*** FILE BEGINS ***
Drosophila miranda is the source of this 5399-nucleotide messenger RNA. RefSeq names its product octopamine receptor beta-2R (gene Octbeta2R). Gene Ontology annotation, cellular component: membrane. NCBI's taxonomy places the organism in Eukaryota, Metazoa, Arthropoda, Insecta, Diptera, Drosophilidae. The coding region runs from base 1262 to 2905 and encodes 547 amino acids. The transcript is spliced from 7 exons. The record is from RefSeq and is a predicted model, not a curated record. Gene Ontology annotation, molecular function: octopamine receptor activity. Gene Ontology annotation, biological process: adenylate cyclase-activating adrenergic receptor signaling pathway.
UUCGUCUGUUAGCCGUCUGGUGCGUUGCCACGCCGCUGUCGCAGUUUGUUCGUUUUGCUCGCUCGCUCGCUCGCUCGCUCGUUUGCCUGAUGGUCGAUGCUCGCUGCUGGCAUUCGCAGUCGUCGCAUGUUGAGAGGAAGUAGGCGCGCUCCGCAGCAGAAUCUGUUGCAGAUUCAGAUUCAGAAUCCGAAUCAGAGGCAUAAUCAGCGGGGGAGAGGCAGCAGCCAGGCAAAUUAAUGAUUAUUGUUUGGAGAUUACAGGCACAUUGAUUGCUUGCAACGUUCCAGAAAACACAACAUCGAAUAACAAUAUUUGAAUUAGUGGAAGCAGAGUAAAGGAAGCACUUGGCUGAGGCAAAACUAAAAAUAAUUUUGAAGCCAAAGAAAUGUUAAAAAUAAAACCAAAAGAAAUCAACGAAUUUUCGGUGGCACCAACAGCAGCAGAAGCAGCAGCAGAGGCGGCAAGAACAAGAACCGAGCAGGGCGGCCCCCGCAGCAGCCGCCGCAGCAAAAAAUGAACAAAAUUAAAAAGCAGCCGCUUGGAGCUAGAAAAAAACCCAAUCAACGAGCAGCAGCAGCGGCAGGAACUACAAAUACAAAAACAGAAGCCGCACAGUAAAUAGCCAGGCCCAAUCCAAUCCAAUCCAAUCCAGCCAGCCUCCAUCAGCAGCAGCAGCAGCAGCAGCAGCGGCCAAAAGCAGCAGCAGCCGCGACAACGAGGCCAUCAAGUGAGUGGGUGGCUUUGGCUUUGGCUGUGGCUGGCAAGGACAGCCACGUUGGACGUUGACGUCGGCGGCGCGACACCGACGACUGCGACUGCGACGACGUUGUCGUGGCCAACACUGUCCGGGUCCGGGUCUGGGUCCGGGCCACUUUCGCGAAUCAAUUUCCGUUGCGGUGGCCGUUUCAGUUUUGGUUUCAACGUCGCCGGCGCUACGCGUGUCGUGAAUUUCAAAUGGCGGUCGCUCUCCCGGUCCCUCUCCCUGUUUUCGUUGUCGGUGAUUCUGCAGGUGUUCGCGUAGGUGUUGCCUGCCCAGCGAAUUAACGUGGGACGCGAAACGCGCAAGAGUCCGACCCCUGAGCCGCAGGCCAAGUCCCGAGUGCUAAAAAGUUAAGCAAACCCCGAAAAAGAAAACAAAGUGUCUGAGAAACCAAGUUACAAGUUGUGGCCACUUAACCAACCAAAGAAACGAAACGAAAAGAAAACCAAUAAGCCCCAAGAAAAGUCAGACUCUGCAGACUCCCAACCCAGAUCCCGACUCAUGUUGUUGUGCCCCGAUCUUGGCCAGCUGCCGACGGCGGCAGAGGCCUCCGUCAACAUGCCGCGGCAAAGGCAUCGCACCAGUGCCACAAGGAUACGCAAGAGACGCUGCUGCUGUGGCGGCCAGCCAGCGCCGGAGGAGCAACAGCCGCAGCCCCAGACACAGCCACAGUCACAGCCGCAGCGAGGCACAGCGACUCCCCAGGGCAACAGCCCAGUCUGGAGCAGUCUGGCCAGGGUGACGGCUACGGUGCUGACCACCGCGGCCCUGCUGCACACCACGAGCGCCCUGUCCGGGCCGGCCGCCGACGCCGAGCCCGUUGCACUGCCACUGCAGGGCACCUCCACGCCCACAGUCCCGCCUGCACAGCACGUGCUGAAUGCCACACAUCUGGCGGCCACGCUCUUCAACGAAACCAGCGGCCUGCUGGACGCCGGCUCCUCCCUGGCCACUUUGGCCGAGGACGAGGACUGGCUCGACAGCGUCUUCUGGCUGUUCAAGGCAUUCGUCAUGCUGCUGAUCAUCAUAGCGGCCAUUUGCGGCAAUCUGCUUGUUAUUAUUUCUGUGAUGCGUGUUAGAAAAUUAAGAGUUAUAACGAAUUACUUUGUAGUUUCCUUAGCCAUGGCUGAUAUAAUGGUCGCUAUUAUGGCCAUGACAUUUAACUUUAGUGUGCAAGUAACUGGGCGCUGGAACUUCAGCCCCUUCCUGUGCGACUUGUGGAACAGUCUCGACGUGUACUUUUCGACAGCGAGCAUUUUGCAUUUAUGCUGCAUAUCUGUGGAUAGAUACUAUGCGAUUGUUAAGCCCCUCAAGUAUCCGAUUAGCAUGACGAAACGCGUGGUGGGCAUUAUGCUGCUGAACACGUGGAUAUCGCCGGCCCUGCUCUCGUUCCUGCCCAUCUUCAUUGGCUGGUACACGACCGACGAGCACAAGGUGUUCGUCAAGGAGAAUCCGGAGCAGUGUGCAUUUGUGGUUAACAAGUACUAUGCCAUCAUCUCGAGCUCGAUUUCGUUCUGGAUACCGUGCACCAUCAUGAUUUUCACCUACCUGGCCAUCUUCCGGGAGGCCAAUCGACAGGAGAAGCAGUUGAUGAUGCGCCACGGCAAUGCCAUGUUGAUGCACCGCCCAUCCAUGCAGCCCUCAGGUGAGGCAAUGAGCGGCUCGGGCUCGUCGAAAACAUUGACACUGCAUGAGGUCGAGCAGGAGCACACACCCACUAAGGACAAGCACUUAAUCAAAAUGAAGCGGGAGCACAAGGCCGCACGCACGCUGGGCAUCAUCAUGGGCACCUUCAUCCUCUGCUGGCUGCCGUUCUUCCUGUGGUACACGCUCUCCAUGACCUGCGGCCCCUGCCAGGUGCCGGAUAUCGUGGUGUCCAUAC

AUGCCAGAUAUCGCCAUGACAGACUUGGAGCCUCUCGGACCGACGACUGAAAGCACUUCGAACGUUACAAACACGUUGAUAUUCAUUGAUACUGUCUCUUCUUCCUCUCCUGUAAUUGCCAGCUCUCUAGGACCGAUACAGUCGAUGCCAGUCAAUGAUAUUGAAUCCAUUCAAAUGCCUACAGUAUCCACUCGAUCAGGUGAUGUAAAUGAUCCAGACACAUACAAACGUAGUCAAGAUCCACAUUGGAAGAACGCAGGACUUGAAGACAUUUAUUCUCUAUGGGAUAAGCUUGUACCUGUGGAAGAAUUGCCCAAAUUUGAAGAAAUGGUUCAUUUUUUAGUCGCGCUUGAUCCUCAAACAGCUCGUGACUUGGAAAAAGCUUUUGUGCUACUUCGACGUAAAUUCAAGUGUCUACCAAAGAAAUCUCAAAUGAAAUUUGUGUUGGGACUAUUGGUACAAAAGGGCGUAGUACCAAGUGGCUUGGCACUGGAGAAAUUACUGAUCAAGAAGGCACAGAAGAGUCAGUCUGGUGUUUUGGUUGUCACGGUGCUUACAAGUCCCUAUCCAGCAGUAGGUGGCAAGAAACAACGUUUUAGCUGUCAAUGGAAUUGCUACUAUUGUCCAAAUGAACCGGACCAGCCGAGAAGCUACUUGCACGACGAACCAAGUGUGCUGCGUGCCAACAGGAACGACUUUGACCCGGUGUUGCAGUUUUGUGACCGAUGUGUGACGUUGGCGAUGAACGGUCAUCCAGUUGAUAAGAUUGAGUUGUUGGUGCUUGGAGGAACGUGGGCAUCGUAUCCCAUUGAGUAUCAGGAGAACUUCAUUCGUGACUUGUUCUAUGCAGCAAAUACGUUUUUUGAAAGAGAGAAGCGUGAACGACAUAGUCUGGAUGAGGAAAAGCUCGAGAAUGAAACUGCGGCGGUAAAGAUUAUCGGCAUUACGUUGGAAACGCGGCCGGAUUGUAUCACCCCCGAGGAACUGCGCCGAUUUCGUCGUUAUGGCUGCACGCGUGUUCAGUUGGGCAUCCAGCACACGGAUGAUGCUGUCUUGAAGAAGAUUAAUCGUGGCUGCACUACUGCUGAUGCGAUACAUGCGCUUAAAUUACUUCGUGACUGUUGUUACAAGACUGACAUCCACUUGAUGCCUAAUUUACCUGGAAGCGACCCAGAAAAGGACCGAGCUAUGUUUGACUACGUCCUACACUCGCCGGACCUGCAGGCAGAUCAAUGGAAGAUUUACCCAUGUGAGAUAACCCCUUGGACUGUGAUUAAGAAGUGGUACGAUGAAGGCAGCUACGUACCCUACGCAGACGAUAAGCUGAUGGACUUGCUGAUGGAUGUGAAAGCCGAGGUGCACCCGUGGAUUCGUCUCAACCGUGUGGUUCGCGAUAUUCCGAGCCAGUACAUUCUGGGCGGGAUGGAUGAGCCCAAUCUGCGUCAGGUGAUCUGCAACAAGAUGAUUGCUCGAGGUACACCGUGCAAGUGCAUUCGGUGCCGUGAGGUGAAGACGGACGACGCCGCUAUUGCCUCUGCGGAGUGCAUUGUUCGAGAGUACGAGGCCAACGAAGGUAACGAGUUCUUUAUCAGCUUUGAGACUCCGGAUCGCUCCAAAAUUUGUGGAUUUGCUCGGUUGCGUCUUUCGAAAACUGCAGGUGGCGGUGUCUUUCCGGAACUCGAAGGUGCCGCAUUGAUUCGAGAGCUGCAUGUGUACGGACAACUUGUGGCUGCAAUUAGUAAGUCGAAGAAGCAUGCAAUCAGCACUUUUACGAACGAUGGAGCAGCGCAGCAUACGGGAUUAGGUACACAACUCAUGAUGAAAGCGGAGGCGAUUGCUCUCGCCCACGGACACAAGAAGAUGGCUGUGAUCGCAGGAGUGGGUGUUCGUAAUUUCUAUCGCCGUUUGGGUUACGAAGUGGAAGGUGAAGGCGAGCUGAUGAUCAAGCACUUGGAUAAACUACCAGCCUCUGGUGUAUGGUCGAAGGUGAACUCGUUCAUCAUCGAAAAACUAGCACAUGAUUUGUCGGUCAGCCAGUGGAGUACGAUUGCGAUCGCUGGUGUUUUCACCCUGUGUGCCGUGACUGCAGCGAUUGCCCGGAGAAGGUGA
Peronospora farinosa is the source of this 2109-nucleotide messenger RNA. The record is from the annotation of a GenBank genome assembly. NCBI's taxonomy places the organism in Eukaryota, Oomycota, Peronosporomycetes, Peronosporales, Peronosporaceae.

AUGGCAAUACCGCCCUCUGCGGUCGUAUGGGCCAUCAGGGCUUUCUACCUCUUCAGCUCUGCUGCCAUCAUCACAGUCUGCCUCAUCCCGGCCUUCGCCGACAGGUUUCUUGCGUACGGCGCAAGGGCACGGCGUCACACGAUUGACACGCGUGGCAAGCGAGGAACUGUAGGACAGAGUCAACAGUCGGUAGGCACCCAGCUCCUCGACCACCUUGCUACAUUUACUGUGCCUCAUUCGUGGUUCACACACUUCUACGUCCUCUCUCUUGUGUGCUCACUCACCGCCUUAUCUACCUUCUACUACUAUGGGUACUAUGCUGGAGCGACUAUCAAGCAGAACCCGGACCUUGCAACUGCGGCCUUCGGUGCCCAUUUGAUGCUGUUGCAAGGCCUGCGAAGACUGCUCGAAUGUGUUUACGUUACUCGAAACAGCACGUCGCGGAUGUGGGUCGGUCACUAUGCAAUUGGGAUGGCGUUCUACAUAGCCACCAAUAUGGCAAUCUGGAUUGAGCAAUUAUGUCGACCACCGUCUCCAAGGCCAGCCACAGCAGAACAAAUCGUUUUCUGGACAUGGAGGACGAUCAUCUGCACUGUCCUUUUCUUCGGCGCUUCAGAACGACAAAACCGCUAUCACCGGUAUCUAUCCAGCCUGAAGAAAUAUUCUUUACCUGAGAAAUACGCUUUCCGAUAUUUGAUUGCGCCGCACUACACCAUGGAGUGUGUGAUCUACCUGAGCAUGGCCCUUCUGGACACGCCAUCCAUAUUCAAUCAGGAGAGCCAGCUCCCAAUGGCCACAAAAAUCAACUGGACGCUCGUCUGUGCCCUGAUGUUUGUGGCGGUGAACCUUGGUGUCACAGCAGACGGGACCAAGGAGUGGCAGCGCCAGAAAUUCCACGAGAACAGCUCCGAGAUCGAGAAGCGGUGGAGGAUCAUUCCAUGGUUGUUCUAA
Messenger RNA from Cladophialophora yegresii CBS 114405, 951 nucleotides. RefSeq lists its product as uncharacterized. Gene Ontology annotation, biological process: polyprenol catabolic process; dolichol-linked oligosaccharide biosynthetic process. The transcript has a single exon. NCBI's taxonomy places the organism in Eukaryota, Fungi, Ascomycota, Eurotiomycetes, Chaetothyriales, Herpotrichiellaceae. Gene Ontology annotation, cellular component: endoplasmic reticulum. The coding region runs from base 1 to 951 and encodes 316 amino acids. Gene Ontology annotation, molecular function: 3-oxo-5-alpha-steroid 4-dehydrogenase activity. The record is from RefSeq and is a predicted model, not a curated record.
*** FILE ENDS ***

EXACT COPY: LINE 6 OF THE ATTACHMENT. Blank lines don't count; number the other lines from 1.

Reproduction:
Messenger RNA from Cladophialophora yegresii CBS 114405, 951 nucleotides. RefSeq lists its product as uncharacterized. Gene Ontology annotation, biological process: polyprenol catabolic process; dolichol-linked oligosaccharide biosynthetic process. The transcript has a single exon. NCBI's taxonomy places the organism in Eukaryota, Fungi, Ascomycota, Eurotiomycetes, Chaetothyriales, Herpotrichiellaceae. Gene Ontology annotation, cellular component: endoplasmic reticulum. The coding region runs from base 1 to 951 and encodes 316 amino acids. Gene Ontology annotation, molecular function: 3-oxo-5-alpha-steroid 4-dehydrogenase activity. The record is from RefSeq and is a predicted model, not a curated record.